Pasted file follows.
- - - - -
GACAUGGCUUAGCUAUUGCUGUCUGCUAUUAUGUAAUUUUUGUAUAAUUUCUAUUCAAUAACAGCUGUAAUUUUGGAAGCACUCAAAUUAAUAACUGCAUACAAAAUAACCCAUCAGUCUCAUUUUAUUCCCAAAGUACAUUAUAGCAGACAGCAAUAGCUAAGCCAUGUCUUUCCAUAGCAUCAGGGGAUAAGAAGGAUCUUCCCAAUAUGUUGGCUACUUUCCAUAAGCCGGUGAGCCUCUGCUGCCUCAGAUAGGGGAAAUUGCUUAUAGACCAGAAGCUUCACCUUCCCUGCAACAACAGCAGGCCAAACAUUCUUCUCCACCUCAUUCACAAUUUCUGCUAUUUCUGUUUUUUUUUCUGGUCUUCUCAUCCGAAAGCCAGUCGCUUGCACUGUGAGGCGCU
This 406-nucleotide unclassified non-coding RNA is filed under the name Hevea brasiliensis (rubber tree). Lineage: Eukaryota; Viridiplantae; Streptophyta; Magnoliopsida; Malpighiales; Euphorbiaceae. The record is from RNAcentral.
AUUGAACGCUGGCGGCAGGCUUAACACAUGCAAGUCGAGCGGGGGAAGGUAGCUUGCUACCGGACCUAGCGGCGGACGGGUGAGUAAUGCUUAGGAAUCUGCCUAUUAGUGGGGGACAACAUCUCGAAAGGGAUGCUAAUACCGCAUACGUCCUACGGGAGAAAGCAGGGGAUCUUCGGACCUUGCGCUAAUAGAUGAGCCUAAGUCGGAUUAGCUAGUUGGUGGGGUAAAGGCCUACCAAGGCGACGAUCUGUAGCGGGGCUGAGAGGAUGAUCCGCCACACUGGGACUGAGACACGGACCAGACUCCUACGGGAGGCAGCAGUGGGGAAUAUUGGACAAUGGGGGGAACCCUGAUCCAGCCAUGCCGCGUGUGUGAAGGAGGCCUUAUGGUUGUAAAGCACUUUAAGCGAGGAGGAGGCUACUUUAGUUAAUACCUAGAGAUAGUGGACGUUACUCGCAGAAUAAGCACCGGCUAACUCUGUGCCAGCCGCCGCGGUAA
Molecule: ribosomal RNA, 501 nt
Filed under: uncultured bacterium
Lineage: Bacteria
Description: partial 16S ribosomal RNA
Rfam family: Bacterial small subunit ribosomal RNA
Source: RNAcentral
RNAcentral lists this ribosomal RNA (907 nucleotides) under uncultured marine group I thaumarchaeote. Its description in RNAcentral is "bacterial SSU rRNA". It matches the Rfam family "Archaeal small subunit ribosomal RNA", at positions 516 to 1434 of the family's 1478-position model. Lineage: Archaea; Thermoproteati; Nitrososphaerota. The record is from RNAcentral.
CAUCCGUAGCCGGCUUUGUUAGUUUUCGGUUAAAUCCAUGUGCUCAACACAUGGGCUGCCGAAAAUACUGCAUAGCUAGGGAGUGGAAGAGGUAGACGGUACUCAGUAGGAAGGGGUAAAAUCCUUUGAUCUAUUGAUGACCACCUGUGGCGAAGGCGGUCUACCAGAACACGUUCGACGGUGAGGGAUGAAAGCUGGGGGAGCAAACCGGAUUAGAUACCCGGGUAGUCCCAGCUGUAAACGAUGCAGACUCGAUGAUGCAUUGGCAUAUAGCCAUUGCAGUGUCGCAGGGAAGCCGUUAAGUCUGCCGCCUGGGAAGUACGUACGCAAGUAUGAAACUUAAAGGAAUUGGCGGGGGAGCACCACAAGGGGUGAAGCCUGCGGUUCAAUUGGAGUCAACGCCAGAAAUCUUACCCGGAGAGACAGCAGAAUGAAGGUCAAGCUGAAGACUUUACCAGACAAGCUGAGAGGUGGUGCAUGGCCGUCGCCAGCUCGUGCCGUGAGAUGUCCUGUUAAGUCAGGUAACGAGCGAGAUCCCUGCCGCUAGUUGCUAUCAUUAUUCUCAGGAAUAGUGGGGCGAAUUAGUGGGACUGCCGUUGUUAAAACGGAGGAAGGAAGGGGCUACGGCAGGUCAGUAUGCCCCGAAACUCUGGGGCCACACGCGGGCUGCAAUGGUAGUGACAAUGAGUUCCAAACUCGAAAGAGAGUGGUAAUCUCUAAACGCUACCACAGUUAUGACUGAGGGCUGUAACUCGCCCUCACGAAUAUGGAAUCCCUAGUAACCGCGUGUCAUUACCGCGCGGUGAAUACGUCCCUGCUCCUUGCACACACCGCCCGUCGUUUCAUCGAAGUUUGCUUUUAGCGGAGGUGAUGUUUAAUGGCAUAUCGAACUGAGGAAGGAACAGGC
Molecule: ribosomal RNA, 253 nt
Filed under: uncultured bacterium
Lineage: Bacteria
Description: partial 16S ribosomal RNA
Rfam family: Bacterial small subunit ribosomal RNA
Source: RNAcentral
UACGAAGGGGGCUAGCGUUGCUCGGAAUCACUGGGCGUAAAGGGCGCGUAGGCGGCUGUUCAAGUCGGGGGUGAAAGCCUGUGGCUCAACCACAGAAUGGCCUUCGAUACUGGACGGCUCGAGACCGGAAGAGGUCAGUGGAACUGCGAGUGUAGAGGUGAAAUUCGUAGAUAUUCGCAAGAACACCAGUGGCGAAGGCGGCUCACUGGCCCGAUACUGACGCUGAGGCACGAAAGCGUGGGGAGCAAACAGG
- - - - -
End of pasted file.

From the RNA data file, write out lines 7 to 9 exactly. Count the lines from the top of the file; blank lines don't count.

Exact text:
Description: partial 16S ribosomal RNA
Rfam family: Bacterial small subunit ribosomal RNA
Source: RNAcentral